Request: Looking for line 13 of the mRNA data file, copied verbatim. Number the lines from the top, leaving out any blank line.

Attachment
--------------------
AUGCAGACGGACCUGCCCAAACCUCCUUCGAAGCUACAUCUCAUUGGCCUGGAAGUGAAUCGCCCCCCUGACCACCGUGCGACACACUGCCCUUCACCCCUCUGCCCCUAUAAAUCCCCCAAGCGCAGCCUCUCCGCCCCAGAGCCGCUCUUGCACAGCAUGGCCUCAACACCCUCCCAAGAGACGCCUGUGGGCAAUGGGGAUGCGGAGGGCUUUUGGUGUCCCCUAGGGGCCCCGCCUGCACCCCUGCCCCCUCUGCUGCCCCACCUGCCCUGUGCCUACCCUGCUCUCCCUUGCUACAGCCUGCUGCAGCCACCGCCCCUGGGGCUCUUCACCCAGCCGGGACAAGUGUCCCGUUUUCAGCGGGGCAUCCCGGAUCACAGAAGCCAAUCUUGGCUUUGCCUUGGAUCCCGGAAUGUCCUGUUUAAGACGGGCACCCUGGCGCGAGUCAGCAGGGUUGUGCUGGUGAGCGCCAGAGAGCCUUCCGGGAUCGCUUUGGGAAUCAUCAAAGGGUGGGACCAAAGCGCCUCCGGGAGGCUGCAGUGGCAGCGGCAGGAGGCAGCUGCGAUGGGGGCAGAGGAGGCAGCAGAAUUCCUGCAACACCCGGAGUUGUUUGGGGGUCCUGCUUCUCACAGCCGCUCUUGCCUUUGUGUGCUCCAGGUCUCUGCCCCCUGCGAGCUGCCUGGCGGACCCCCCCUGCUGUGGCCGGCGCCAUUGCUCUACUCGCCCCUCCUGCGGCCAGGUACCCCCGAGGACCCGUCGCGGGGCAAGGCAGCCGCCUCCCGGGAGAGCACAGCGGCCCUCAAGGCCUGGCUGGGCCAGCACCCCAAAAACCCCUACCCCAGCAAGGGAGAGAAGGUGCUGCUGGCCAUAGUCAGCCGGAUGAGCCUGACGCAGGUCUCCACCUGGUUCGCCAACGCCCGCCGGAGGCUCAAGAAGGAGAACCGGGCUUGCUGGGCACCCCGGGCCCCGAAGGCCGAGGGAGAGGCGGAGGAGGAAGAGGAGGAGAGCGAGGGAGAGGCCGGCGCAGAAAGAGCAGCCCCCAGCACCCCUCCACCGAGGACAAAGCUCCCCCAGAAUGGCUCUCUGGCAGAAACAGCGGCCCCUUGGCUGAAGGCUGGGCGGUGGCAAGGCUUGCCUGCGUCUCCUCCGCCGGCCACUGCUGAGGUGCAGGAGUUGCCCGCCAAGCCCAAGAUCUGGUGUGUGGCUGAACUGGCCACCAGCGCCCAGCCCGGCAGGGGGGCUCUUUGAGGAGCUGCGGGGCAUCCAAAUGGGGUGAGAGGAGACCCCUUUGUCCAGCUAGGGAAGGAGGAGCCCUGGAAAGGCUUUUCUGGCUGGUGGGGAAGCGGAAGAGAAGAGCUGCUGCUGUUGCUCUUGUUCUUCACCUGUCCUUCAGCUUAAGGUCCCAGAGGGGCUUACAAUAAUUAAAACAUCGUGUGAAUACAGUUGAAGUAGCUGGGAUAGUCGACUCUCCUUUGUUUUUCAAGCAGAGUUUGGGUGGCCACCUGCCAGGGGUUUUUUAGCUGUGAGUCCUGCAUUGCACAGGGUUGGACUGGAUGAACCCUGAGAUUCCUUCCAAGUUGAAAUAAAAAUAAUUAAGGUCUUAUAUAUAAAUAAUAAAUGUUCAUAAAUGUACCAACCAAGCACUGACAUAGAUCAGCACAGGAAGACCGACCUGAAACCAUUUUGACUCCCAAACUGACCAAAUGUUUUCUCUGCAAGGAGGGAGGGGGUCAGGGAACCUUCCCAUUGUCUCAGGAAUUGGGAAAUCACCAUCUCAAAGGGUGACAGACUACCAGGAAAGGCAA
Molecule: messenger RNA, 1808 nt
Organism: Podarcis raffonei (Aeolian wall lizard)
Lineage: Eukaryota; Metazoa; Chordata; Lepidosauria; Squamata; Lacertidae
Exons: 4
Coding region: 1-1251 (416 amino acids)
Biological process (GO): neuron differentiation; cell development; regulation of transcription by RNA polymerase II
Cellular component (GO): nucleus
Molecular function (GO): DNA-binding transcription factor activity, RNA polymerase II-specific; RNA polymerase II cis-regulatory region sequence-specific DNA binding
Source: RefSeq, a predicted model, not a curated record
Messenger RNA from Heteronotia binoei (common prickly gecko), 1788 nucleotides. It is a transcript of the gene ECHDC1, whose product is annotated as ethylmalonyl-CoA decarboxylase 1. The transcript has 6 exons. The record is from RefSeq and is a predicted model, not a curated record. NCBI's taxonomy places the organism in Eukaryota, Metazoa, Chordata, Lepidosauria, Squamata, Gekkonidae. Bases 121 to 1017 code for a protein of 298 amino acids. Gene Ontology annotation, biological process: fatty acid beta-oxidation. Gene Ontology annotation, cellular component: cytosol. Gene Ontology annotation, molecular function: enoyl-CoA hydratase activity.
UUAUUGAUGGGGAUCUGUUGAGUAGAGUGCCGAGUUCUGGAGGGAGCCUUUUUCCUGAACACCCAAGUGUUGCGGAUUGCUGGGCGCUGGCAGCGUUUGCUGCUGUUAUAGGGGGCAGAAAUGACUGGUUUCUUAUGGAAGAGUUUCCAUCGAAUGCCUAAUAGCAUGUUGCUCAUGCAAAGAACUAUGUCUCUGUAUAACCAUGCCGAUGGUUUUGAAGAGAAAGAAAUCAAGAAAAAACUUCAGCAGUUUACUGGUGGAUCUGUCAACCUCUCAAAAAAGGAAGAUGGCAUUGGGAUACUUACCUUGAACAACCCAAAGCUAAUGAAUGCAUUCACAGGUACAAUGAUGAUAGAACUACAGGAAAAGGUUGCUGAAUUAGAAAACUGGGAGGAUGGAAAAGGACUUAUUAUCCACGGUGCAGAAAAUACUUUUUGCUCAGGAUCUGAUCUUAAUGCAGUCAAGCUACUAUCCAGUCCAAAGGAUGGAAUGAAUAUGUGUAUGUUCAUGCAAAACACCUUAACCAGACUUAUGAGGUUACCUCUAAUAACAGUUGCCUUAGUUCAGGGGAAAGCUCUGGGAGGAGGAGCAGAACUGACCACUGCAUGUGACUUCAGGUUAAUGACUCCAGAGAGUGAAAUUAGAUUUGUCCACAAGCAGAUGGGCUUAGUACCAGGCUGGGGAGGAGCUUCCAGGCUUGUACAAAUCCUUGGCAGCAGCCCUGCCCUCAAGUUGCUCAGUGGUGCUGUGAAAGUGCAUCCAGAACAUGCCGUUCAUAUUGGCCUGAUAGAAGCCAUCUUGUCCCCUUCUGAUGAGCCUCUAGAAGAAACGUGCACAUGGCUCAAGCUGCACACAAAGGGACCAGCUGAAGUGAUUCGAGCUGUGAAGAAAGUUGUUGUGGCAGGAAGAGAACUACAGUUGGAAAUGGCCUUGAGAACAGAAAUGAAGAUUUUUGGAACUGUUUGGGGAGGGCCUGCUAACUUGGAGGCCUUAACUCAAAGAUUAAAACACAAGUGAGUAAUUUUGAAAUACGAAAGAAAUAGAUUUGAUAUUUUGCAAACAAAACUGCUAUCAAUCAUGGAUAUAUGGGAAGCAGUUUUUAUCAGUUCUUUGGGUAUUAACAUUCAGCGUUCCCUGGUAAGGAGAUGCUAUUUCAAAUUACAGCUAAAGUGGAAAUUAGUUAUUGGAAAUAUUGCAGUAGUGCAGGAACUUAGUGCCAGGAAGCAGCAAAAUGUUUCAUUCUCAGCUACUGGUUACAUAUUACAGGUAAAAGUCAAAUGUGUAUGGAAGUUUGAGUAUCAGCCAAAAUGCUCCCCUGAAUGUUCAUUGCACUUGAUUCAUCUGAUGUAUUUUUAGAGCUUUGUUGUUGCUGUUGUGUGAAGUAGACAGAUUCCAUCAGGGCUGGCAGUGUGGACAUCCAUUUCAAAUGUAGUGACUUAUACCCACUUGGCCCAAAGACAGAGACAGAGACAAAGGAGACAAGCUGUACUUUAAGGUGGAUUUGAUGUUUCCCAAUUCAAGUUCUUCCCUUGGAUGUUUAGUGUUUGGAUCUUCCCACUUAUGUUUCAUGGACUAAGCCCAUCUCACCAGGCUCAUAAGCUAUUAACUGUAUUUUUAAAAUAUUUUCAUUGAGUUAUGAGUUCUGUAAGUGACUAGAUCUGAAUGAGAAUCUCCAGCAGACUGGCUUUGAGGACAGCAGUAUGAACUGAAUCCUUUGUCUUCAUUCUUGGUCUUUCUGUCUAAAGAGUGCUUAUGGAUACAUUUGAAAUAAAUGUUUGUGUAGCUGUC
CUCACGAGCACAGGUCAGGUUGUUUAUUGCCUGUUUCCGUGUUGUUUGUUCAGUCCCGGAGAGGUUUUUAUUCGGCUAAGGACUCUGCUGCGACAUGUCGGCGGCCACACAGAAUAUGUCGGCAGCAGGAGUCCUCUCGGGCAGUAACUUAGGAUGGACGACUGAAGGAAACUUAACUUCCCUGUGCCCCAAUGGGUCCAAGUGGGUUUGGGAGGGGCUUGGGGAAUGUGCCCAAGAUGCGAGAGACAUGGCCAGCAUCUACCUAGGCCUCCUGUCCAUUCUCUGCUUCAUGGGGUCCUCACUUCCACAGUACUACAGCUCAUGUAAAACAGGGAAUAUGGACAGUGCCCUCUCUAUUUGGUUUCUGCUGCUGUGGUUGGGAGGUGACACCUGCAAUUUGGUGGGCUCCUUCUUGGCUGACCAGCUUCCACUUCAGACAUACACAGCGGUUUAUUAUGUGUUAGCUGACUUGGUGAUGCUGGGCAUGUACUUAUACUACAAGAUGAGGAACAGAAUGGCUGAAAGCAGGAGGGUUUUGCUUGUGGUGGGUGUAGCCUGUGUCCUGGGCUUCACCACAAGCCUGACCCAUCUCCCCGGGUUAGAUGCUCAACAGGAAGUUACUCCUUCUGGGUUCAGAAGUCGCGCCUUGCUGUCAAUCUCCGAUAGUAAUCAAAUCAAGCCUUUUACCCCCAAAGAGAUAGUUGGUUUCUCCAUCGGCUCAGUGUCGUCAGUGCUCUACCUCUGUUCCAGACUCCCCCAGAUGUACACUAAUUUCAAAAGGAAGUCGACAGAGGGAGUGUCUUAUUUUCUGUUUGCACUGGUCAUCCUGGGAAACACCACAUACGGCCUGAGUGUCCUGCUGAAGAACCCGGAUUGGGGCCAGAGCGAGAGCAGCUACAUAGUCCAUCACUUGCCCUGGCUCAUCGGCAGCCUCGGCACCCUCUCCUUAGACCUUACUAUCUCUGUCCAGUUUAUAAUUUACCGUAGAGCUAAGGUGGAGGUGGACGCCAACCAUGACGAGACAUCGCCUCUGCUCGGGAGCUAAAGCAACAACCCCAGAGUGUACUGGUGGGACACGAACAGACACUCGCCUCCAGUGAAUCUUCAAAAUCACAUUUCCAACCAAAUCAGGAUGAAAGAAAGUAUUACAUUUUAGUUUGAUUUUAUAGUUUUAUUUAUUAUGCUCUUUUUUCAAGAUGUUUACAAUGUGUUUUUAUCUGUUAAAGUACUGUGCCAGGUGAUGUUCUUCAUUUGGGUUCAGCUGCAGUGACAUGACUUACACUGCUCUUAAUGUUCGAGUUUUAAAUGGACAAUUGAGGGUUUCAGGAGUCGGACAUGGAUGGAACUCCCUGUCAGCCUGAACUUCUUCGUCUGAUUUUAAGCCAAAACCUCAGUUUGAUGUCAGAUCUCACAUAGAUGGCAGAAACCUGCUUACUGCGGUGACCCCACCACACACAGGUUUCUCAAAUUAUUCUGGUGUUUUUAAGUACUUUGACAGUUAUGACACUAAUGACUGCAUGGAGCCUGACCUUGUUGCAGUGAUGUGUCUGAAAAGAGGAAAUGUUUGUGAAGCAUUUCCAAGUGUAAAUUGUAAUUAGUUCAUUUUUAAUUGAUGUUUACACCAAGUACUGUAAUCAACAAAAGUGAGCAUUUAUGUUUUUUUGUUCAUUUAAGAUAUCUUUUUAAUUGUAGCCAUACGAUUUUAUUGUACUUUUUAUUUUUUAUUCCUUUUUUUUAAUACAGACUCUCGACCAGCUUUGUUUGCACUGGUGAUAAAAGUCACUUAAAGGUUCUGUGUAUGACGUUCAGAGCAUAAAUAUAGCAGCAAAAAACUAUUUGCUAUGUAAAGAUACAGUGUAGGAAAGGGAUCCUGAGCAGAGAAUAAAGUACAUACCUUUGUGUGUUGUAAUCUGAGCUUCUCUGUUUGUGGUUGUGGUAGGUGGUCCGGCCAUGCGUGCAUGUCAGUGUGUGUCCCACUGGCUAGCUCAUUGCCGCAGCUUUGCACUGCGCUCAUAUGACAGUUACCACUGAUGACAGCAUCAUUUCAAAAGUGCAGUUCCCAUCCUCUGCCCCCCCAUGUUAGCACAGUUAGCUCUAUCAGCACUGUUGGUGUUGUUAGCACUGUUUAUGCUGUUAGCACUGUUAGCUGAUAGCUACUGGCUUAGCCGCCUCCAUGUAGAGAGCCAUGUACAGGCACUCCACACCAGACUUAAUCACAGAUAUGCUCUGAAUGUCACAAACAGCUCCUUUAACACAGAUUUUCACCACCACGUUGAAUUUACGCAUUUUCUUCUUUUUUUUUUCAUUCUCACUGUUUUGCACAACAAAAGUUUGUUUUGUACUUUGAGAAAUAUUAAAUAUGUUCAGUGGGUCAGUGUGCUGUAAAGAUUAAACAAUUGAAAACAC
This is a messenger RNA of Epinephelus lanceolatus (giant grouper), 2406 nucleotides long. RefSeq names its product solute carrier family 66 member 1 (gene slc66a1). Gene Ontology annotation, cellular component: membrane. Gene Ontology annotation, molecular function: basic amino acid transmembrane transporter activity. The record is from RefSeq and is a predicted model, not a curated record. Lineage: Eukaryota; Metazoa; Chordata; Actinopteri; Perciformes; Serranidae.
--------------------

CUCACGAGCACAGGUCAGGUUGUUUAUUGCCUGUUUCCGUGUUGUUUGUUCAGUCCCGGAGAGGUUUUUAUUCGGCUAAGGACUCUGCUGCGACAUGUCGGCGGCCACACAGAAUAUGUCGGCAGCAGGAGUCCUCUCGGGCAGUAACUUAGGAUGGACGACUGAAGGAAACUUAACUUCCCUGUGCCCCAAUGGGUCCAAGUGGGUUUGGGAGGGGCUUGGGGAAUGUGCCCAAGAUGCGAGAGACAUGGCCAGCAUCUACCUAGGCCUCCUGUCCAUUCUCUGCUUCAUGGGGUCCUCACUUCCACAGUACUACAGCUCAUGUAAAACAGGGAAUAUGGACAGUGCCCUCUCUAUUUGGUUUCUGCUGCUGUGGUUGGGAGGUGACACCUGCAAUUUGGUGGGCUCCUUCUUGGCUGACCAGCUUCCACUUCAGACAUACACAGCGGUUUAUUAUGUGUUAGCUGACUUGGUGAUGCUGGGCAUGUACUUAUACUACAAGAUGAGGAACAGAAUGGCUGAAAGCAGGAGGGUUUUGCUUGUGGUGGGUGUAGCCUGUGUCCUGGGCUUCACCACAAGCCUGACCCAUCUCCCCGGGUUAGAUGCUCAACAGGAAGUUACUCCUUCUGGGUUCAGAAGUCGCGCCUUGCUGUCAAUCUCCGAUAGUAAUCAAAUCAAGCCUUUUACCCCCAAAGAGAUAGUUGGUUUCUCCAUCGGCUCAGUGUCGUCAGUGCUCUACCUCUGUUCCAGACUCCCCCAGAUGUACACUAAUUUCAAAAGGAAGUCGACAGAGGGAGUGUCUUAUUUUCUGUUUGCACUGGUCAUCCUGGGAAACACCACAUACGGCCUGAGUGUCCUGCUGAAGAACCCGGAUUGGGGCCAGAGCGAGAGCAGCUACAUAGUCCAUCACUUGCCCUGGCUCAUCGGCAGCCUCGGCACCCUCUCCUUAGACCUUACUAUCUCUGUCCAGUUUAUAAUUUACCGUAGAGCUAAGGUGGAGGUGGACGCCAACCAUGACGAGACAUCGCCUCUGCUCGGGAGCUAAAGCAACAACCCCAGAGUGUACUGGUGGGACACGAACAGACACUCGCCUCCAGUGAAUCUUCAAAAUCACAUUUCCAACCAAAUCAGGAUGAAAGAAAGUAUUACAUUUUAGUUUGAUUUUAUAGUUUUAUUUAUUAUGCUCUUUUUUCAAGAUGUUUACAAUGUGUUUUUAUCUGUUAAAGUACUGUGCCAGGUGAUGUUCUUCAUUUGGGUUCAGCUGCAGUGACAUGACUUACACUGCUCUUAAUGUUCGAGUUUUAAAUGGACAAUUGAGGGUUUCAGGAGUCGGACAUGGAUGGAACUCCCUGUCAGCCUGAACUUCUUCGUCUGAUUUUAAGCCAAAACCUCAGUUUGAUGUCAGAUCUCACAUAGAUGGCAGAAACCUGCUUACUGCGGUGACCCCACCACACACAGGUUUCUCAAAUUAUUCUGGUGUUUUUAAGUACUUUGACAGUUAUGACACUAAUGACUGCAUGGAGCCUGACCUUGUUGCAGUGAUGUGUCUGAAAAGAGGAAAUGUUUGUGAAGCAUUUCCAAGUGUAAAUUGUAAUUAGUUCAUUUUUAAUUGAUGUUUACACCAAGUACUGUAAUCAACAAAAGUGAGCAUUUAUGUUUUUUUGUUCAUUUAAGAUAUCUUUUUAAUUGUAGCCAUACGAUUUUAUUGUACUUUUUAUUUUUUAUUCCUUUUUUUUAAUACAGACUCUCGACCAGCUUUGUUUGCACUGGUGAUAAAAGUCACUUAAAGGUUCUGUGUAUGACGUUCAGAGCAUAAAUAUAGCAGCAAAAAACUAUUUGCUAUGUAAAGAUACAGUGUAGGAAAGGGAUCCUGAGCAGAGAAUAAAGUACAUACCUUUGUGUGUUGUAAUCUGAGCUUCUCUGUUUGUGGUUGUGGUAGGUGGUCCGGCCAUGCGUGCAUGUCAGUGUGUGUCCCACUGGCUAGCUCAUUGCCGCAGCUUUGCACUGCGCUCAUAUGACAGUUACCACUGAUGACAGCAUCAUUUCAAAAGUGCAGUUCCCAUCCUCUGCCCCCCCAUGUUAGCACAGUUAGCUCUAUCAGCACUGUUGGUGUUGUUAGCACUGUUUAUGCUGUUAGCACUGUUAGCUGAUAGCUACUGGCUUAGCCGCCUCCAUGUAGAGAGCCAUGUACAGGCACUCCACACCAGACUUAAUCACAGAUAUGCUCUGAAUGUCACAAACAGCUCCUUUAACACAGAUUUUCACCACCACGUUGAAUUUACGCAUUUUCUUCUUUUUUUUUUCAUUCUCACUGUUUUGCACAACAAAAGUUUGUUUUGUACUUUGAGAAAUAUUAAAUAUGUUCAGUGGGUCAGUGUGCUGUAAAGAUUAAACAAUUGAAAACAC